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It’s a fact. The temperature in the master-planned community of Summerlin® is cooler than most other parts of the Las Vegas valley. That, according to Todd Lericos, meteorologist in charge for the National Weather Service Forecast Office in Las Vegas.

On average, the temperature drops 3.57 degrees for every 1,000-foot increase in elevation. Because the elevation of Summerlin is about 3,500 feet above sea level – with areas of the community topping out at more than 4,400 feet – the community enjoys cooler temperatures year-round as compared to than other parts of the valley, particularly the valley’s east side, where the elevation averages between 1,500 and 2,000 feet above sea level.

That means there can be a difference of more than seven to ten degrees from one side of the valley to the other. And by contrast, the elevation of McCarran International Airport is about 2,500 feet, making Summerlin cooler than the center of the valley by up to as much as five to seven degrees.

“You can actually see the rise in elevation when you’re on the Summerlin Parkway looking east,” said Lericos. “While Summerlin’s higher elevation is visible, its temperature difference is palpable as a seven-degree swing can make a big difference, particularly during the summer months.”

Summerlin sits along the elevated western rim of the valley at the base of Red Rock Canyon National Conservation Area. In comparison, the Las Vegas Strip is approximately 2,000 feet above sea level and Henderson is generally between 1,500 and 2,000 feet above sea level. Even Henderson’s higher elevations in the McDonald Highland and Anthem neighborhoods average 2,400 and 2,800 feet above sea level, respectively. That means it’s cooler in Summerlin year-round, a benefit not lost on Summerlin residents who appreciate the community’s cooler summer temperatures – both day and night.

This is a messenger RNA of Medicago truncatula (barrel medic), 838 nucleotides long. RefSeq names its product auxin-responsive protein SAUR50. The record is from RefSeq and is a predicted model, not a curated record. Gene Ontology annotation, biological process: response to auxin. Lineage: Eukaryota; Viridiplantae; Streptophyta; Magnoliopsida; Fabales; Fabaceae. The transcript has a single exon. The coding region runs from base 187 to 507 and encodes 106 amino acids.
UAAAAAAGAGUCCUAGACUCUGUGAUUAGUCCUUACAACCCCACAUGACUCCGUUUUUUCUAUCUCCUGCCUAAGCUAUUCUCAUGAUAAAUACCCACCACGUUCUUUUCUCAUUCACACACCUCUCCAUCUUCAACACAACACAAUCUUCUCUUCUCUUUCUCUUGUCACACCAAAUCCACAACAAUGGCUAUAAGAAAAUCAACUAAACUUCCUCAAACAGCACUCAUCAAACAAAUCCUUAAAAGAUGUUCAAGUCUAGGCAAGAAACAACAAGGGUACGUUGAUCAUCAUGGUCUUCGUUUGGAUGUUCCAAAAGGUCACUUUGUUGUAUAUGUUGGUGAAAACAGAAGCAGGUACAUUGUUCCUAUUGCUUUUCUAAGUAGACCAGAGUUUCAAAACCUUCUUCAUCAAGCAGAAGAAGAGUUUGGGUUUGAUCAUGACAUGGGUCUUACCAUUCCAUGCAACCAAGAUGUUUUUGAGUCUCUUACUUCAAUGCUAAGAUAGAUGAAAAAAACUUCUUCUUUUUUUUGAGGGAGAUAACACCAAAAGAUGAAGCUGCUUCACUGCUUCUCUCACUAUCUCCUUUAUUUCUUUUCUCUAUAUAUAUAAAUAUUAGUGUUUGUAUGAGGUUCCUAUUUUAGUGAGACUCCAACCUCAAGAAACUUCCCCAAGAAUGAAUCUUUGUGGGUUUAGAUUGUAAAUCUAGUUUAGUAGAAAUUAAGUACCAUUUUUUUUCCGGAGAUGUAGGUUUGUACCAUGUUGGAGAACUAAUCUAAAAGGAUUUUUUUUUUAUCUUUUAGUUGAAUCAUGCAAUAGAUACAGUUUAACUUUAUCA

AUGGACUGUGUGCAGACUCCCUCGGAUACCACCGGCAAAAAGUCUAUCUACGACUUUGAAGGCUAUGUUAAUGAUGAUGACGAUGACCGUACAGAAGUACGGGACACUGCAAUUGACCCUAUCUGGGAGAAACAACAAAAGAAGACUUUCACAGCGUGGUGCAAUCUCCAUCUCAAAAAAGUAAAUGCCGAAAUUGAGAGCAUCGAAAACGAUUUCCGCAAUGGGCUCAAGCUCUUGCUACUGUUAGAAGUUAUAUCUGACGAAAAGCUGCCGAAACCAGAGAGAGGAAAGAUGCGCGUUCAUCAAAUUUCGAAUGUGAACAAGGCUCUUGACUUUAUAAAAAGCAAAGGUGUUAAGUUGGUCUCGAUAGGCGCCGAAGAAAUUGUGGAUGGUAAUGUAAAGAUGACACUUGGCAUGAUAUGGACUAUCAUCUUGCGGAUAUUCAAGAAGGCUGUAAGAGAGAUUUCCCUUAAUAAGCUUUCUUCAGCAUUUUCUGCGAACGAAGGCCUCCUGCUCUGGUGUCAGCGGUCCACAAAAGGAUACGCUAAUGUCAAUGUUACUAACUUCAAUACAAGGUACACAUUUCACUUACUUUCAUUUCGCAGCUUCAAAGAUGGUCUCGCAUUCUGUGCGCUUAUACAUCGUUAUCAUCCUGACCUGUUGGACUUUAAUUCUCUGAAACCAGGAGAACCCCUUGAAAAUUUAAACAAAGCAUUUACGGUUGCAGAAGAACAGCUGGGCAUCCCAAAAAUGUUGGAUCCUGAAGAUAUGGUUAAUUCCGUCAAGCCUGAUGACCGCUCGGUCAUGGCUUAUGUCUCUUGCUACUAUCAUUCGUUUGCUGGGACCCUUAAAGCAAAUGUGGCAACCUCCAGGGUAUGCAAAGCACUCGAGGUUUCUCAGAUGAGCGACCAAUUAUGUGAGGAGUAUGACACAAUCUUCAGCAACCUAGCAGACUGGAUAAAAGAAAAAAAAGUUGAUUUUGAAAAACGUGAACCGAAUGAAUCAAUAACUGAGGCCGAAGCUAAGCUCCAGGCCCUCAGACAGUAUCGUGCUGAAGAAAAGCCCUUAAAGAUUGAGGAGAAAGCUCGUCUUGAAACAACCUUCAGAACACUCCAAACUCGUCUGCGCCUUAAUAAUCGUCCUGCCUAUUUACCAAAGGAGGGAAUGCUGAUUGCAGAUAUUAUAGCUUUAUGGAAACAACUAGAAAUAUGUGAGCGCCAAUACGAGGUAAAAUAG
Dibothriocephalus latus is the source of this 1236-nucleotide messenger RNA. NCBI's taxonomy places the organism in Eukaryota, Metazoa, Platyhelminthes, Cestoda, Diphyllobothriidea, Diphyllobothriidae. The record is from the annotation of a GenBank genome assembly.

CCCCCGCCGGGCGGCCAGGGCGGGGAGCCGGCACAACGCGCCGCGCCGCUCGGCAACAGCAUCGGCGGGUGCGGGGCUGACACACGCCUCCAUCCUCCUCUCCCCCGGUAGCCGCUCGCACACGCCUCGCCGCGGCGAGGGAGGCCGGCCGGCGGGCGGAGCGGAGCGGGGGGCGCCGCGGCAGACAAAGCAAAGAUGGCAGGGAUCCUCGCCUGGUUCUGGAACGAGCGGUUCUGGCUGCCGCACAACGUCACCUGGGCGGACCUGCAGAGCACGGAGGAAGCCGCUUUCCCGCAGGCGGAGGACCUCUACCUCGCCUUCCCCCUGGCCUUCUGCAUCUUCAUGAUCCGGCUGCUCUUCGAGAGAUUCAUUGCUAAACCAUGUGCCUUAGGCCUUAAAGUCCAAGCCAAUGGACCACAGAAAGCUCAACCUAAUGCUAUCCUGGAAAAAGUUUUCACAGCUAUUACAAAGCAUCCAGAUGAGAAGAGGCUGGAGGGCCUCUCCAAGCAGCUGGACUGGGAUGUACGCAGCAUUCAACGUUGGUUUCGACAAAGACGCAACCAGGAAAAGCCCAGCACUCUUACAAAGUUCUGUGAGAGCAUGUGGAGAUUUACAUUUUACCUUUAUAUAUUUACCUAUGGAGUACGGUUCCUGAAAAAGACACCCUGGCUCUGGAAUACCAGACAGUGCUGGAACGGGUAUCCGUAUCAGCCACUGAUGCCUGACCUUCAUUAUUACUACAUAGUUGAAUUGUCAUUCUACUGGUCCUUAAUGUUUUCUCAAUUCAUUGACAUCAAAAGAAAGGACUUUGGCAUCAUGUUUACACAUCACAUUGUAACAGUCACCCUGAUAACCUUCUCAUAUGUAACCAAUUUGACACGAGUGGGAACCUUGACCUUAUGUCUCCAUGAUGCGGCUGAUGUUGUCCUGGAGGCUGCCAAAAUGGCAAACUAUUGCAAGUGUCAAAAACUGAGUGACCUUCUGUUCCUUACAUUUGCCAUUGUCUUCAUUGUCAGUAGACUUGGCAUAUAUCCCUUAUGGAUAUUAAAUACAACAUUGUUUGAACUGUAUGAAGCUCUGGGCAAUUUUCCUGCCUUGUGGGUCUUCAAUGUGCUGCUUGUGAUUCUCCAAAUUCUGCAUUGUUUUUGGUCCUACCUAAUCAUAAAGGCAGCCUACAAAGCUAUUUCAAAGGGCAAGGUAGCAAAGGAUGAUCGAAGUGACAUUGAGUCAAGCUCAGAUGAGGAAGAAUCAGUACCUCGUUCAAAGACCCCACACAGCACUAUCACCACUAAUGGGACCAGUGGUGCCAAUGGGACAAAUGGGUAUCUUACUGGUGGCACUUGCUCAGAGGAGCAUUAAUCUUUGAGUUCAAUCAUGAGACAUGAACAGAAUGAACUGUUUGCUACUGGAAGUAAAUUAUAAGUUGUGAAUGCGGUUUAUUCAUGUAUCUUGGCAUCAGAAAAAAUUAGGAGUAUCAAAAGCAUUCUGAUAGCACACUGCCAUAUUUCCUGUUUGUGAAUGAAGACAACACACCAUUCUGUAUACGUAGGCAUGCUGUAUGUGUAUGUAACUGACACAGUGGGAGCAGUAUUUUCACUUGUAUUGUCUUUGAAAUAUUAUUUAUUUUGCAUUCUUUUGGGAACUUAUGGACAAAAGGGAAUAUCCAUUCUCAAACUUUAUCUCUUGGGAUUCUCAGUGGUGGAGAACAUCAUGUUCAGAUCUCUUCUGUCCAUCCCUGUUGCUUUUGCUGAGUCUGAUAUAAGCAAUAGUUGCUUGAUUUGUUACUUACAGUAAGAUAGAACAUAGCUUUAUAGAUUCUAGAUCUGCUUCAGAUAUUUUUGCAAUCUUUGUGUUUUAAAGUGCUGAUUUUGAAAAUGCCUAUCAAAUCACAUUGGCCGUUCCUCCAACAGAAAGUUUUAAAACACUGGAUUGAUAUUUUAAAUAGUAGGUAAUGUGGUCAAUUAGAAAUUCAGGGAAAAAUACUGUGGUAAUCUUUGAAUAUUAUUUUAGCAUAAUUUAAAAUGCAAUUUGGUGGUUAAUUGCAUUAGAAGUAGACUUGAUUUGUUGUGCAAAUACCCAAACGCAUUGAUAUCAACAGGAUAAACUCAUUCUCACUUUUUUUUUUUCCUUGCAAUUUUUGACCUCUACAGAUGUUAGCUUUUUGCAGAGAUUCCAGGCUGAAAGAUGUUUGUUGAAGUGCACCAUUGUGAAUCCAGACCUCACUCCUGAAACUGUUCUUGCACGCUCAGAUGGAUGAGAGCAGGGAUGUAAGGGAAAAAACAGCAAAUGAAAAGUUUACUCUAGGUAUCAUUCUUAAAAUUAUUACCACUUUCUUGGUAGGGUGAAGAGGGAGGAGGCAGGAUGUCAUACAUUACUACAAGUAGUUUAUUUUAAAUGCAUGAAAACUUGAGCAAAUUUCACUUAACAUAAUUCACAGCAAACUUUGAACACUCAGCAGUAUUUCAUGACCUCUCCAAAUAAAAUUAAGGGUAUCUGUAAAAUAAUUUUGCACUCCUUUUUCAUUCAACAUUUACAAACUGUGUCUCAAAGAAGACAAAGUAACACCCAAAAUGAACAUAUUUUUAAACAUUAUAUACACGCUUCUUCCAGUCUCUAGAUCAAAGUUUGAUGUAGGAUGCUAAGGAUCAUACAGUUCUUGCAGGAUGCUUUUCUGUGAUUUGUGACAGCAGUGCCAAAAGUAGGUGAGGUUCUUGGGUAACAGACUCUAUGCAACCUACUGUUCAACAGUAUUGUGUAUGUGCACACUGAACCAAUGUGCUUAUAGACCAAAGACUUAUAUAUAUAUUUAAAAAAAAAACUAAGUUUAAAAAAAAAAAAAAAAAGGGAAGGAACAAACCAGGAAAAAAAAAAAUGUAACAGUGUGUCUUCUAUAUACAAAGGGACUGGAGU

“In general, people who live in Summerlin will feel a distinct difference in the temperature compared to other parts of the valley,” said Julie Cleaver, senior vice president of planning and design for Summerlin.

“Cooler temperatures also support a wider variety of naturally-occurring vegetation which is visible in the beautiful desert areas near Red Rock Canyon National Conservation Area,” she said. “We have a built-in advantage. Not only do we enjoy cooler temperatures, the higher elevation delivers amazing views from scores of vantage points throughout the community. Yet another benefit of living above it all.”

Summerlin currently offers nearly 180 floorplans in 40 neighborhoods in nine distinct villages. Homes are available in a variety of styles – from single-family homes to townhomes, priced from the $230,000s to more than $1 million.